Senator Lindsey Graham of South Carolina is running for president of the United States. The New York Times reports:
Senator Lindsey Graham of South Carolina on Monday returned to the neighborhood where he was raised and announced that he is running for president, injecting a hawkish foreign policy voice into a crowded field of Republican contenders.
In a 41-second video that's set to be released later this morning, the Republican National Committee is using a populist message to hit Hillary Clinton for "hypocrisy."
The video mainly features a snippet from a speech Clinton delivered on Wednesday, May 27, at the South Carolina Democratic Women's Council. "Because we're going to have to stand up to the people who want to keep the deck stacked in favor of those at the top. We're going to have to fight to make sure that the success of our country is shared across the economy," Clinton says in the RNC ad.
A liberal political action group has produced an ad and fundraising campaign that claims "Republican cuts" to infrastructure spending and Amtrak funding have "killed again." The Agenda Project Action Fund, which has been behind such campaigns as the ad featuring a Paul Ryan look-alike pushing an elderly woman off a cliff and another with the slogan "F*ck Tea," is raising money in the wake of the recent derailment of an Amtrak train near Philadelphia that has killed eight people and injured hundreds more.
The Republican National Committee will release a web video later today that frames the Clintons as out of touch with everyday Americans. Another theme of the Republican ad is that the Clintons are willing to say just about anything, regardless of the facts.
The ad highlights remarks made recently by former President Bill Clinton.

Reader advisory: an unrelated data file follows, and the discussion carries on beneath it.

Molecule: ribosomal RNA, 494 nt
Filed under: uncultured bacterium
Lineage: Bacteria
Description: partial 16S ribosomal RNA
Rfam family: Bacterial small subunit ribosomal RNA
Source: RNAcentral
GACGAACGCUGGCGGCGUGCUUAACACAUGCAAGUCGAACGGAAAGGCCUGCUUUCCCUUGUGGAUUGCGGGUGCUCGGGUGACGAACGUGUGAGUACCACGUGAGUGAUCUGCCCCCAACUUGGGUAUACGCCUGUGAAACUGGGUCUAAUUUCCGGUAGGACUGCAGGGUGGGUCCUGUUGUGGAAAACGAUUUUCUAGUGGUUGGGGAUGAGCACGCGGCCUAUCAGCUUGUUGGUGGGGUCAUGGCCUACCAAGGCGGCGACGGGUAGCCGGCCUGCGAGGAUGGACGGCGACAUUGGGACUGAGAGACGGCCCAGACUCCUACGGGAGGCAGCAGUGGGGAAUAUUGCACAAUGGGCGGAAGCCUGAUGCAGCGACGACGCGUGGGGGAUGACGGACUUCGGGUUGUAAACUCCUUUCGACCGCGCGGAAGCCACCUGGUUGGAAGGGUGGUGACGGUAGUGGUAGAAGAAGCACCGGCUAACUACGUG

Hillary Clinton has been an international celebrity for a quarter-century, and since Bill Clinton left office, the two of them have monetized their worldwide renown to a mind-boggling extent. In her last official filing for the State Department, Clinton listed her net worth as between $5 and
$25 million. Last year, Bloomberg News reported that she earned at least $12 million in her first 16 months after leaving public office.
Nashua, N.H. Here are three propositions about the 2016 presidential race after a weekend in which 18 Republican candidates spoke to a crowd of party activists in New Hampshire and Hillary Clinton returned home after treading water and avoiding the press in Iowa.
If there is anything that liberals and Big Business can seemingly agree upon, it’s that we don’t need an approach to immigration that benefits Main Street. It remains to be seen whether anyone running for president will seize this opening and buck the liberal-corporate consensus, but in the meantime Sen. Jeff Sessions has been ably holding down the fort against Democrats and Republicans alike. As his partial reward, he just received the wrath of the New York Times editorial board.
Look, this is happening. It's a thing. Remember the jokes that started in 1992 with "two Clintons for the price of one"? Remember the incredulity of people in 1999 when it was quietly suggested that the first lady of the United States might decamp to New York and place a Senate seat into her carpet bag? Remember when it was only the crazies who said, "Don't you get it? She's trying to run for president!"